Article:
When COVID-19 upended normal operations at STRIVE, a workforce development nonprofit founded in New York, the Center for Applied Behavioral Science at MDRC documented the agency’s real-time innovations that allowed it to continue serving clients during the crisis. Greg Wise, STRIVE’s National Vice President, shared a first-hand account of the transition.
The Experience of a New Program for Young People Involved in the Juvenile Justice System
STRIVE International engaged MDRC to help the organization improve a new program model aimed at increasing educational attainment and employment of young adults involved in the juvenile justice system. This Issue Focus describes the partnership and offers advice to organizations implementing new programs on how to build evidence of effectiveness.
Which Improves Welfare Recipients’ Earnings More in the Long Term?
Findings after 10-15 years from the National Evaluation of Welfare-to-Work Strategies suggest that while initially stressing job search for participants led to greater earnings in the short term than did initially stressing education and training, neither approach produced substantial effects past the five-year follow-up period.
Testing a New Approach to Increase Employment Advancement for Low-Skilled Adults
This policy brief discusses a new skills-building model designed to help low-income adults prepare for, enter, and succeed in quality jobs, in high-demand fields with opportunities for career growth. WorkAdvance uses strategies found in sector-based employment programs, combined with career coaching after participants are placed into jobs.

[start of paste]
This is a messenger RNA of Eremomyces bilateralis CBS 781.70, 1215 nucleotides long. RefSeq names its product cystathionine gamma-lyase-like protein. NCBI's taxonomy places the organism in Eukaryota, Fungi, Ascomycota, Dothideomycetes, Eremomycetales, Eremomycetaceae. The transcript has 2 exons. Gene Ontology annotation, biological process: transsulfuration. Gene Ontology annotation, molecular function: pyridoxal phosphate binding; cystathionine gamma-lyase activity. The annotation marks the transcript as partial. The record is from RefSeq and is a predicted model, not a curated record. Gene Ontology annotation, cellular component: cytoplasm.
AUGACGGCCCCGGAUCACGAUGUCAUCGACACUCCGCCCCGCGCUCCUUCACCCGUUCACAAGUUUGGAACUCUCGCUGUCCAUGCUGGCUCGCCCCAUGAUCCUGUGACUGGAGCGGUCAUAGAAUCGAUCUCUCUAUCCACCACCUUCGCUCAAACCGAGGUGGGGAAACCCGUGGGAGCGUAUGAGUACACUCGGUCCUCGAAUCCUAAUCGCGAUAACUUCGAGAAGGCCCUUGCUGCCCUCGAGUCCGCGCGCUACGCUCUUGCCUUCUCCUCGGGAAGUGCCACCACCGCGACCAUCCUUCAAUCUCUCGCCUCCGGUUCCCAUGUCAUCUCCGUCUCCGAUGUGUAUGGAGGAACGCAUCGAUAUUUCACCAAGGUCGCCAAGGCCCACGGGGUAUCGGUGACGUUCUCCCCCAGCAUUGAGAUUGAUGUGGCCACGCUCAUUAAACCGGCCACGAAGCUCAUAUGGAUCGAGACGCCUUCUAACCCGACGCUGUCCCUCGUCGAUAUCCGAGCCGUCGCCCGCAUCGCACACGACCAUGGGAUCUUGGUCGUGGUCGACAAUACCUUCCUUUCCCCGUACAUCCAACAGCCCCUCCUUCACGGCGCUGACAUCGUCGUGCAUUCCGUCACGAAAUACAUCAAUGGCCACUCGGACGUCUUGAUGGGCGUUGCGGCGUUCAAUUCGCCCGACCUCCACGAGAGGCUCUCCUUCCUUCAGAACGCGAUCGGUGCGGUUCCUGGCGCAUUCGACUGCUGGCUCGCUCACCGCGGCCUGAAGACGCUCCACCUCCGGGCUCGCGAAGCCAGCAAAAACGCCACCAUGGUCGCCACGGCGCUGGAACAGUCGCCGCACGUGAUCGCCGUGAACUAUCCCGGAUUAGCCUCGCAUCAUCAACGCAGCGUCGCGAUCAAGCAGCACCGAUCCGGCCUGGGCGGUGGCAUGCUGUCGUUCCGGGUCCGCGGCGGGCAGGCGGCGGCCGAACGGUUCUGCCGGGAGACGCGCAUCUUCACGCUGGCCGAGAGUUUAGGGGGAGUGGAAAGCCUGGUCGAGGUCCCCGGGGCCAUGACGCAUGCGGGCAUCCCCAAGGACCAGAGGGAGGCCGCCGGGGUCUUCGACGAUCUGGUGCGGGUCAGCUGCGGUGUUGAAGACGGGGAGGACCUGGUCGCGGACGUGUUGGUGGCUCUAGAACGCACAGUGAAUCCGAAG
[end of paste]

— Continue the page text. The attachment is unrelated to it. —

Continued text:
While we know how to help low-income individuals prepare for and find work, too many end up in low-wage jobs and never advance up the career ladder. This policy memo describes what we’ve learned about advancement strategies — both those that show promise and those that don’t work.
This policy brief, developed by the Urban Institute for the federal Administration for Children and Families, describes how strategies have helped welfare recipients enter employment and increase their earnings. However, more remains to be learned about how best to substantially increase their self-sufficiency and financial well-being.
Using Earnings Supplements to Improve Employment Retention and Advancement Programs in Texas and the United Kingdom
Although much is known about how to help welfare recipients find jobs, there is less hard evidence about what can be done to help current and former recipients and other low-wage workers stay employed or advance in the labor market. This paper looks closely at one strategy — providing earnings supplements, or stipends, to current and former welfare recipients who maintain stable full-time employment — that was used at sites in Texas and in the United Kingdom.
This report examines the financial benefits and costs of three different programs in the national Employment Retention and Advancement project, sponsored by the federal Administration for Children and Families, that have increased employment and earnings among current and former welfare recipients.
Final Impacts for Twelve Models
This report presents the final implementation and impact findings for 12 programs in the national Employment Retention and Advancement project, sponsored by the federal Administration for Children and Families. These programs attempted to promote steady work and career advancement for current and former welfare recipients and other low-wage workers, most of whom were single mothers.
Implementation and Early Impacts for Two Programs That Sought to Encourage Advancement Among Low-Income Workers
While these two different programs in the Employment Retention and Advancement Project both increased service receipt, neither had effects on job retention or advancement after 1.5 years of follow-up.